Jason: I’m going to assume he was not a funny guy who thought he was too, right?
Josh: No. No, actually, I don’t think I’m funny. I know my father doesn’t think he’s funny. We’re just kind of no-fun type of guys. That’s all there is to it.
Jason: Okay. I honestly do think you’ve got a great sense of humor. These are all reasons why I love you Josh and why I’m glad that I’m getting to do this interview with you but we don’t have a lot of time here today so I want to dive into some things. I want to help to give listeners a really good idea about what it is that you’re going to be doing with the podcast and why it is that they should be listening to you. The first thing that I want to ask you is, really can you just clarify for us, who are the people that you’re looking to serve with this podcast? Who are they?
Josh: Well, the main people I’m and trying to serve are private business owners who have actually established a business and they feel kind of stuck. Not businesses that are solopreneurs but businesses probably that have somewhere between 5 and 25 employees. I’ll tell you what I found and this was true in my own business as I grew it. There are stages where there is massive learning that has to happen. The first one is when you get to about three employees, and the next one is about 10 employees, and then 25 employees, and then about 50 employees, and then close to 100. And then probably the next jump over 100 is a 200.
In each one of these stages, there’s lots of different things you need to learn. What I find is that, especially around to 15 to 25 employees, an awful lot of owners seem to lose their way. They’re not very good at sharing. They’re not very good at trusting and they certainly aren’t very good at delegating. Those are issues that really keep people from holding back.
My belief is that in that size of business is actually the salvation of the North American economy. I know you’re Canadian and I’m U.S. but the same thing is true up in Canada. It’s that a business who has 10 people is more likely go to 25 if the owners learn what to do than a single employer business going to 5 or 10 employees. So, if we’re going to really add employment, we need to be focusing on these businesses and we’re going to make businesses more successful so they can afford to hire more people which helps all of us by having a better economy. So that’s where my focus is.
Now, it doesn’t mean that other people won’t give value. If you’re an advisor to business owners, you should also be listening because, in my experience, an awful lot of advisors miss the boat. As you’re listening to this podcast, you’re going to pick up things, if you’re an advisor to businesses, that you might want to be applying with your business owner clients that will get you to a higher level of success and more importantly, a higher level of implementation of the ideas that you have. Does that make sense?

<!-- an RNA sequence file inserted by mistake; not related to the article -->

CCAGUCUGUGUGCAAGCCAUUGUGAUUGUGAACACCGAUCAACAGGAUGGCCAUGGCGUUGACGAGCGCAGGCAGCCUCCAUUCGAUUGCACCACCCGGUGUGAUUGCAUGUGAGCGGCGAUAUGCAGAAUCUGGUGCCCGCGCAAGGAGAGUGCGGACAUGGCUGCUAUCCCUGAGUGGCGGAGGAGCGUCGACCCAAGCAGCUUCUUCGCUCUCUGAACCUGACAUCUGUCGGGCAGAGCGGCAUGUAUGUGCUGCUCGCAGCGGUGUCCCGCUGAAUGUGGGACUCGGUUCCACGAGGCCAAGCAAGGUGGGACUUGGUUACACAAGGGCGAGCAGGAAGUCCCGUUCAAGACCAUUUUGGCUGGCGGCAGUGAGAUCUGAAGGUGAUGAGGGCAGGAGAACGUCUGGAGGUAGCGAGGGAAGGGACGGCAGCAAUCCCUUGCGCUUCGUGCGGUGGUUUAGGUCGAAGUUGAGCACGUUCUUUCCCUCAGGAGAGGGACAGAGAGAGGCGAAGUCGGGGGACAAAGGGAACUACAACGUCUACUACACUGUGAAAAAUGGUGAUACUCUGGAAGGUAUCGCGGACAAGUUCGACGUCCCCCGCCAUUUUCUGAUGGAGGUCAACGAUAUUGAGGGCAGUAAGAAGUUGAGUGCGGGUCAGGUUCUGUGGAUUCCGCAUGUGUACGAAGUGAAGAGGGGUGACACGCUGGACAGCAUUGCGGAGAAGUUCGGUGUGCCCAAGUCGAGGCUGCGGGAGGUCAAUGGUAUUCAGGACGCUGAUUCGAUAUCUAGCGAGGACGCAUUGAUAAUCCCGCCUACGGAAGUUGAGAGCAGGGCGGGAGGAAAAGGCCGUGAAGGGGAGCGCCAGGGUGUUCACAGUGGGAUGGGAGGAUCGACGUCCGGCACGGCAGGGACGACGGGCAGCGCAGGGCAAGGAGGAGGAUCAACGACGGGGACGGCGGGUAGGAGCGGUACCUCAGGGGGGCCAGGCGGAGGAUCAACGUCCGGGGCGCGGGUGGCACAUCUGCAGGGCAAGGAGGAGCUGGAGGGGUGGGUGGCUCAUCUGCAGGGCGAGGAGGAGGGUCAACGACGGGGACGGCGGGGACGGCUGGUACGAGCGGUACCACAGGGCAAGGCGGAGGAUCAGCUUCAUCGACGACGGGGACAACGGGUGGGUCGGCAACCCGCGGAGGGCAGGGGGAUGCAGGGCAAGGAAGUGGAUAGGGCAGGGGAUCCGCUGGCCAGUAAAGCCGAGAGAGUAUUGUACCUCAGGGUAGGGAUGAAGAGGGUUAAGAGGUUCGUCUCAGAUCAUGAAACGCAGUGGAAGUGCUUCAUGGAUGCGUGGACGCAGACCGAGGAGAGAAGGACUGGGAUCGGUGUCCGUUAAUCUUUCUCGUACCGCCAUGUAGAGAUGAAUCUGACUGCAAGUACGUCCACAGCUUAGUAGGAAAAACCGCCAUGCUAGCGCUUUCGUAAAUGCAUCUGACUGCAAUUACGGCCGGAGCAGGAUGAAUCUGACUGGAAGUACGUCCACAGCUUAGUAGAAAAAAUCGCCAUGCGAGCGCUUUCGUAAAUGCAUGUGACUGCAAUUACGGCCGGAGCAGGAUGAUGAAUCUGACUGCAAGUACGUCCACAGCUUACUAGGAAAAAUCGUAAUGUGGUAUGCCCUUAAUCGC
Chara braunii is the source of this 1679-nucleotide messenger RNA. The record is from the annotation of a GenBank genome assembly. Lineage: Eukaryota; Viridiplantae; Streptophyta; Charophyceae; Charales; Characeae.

Josh: Yeah. That does make a lot of sense. Two things that you just mentioned that I think are really important – I like that idea of not just talking about things in theory but also about being able to help advisors or help business owners to implement things – actually put them into practice. But here’s a thing that really struck me when you said that if you’re an advisor to businesses of these sizes that you should be listening so that you understand what their challenges are, what it is that they need to be doing. That’s one of the reasons why I’m going to be listening to this podcast regularly because I have clients who fall into that size of a company who are struggling with a lot of things with their growth.
You mentioned the different milestones that people hit when they’re growing and those unique challenges that they have. I know that for me—although I’m not necessarily working on the same systematic approach to growing the business. I’m working on other elements of the business owner’s life and work. I know that that’s going to be really valuable for me.
Now, also for people that—let’s say you’re just a solopreneur right now or you’ve only got a couple of people in your business, if you have aspirations to grow then I think this will also be really helpful for people like that because they’re going to be able to learn in advance what are the things that I need to look out for? What are the things that I need to avoid? Or what should I be working towards? Even if I’m not yet there yet, you know?
Josh: Yeah. I think that’s true. I think that your solopreneurs could get some value from it. It really comes out of “Do you want to be more than a solopreneur?” There’s an awful lot of folks I know in the single business owner category that are really happy being there and they have really no interest in getting larger. For those who are interested in getting larger, this podcast will be really important because it could help you save thousands and thousands and thousands of dollars in mistakes that you won’t make because you’ll learn what the best practices are.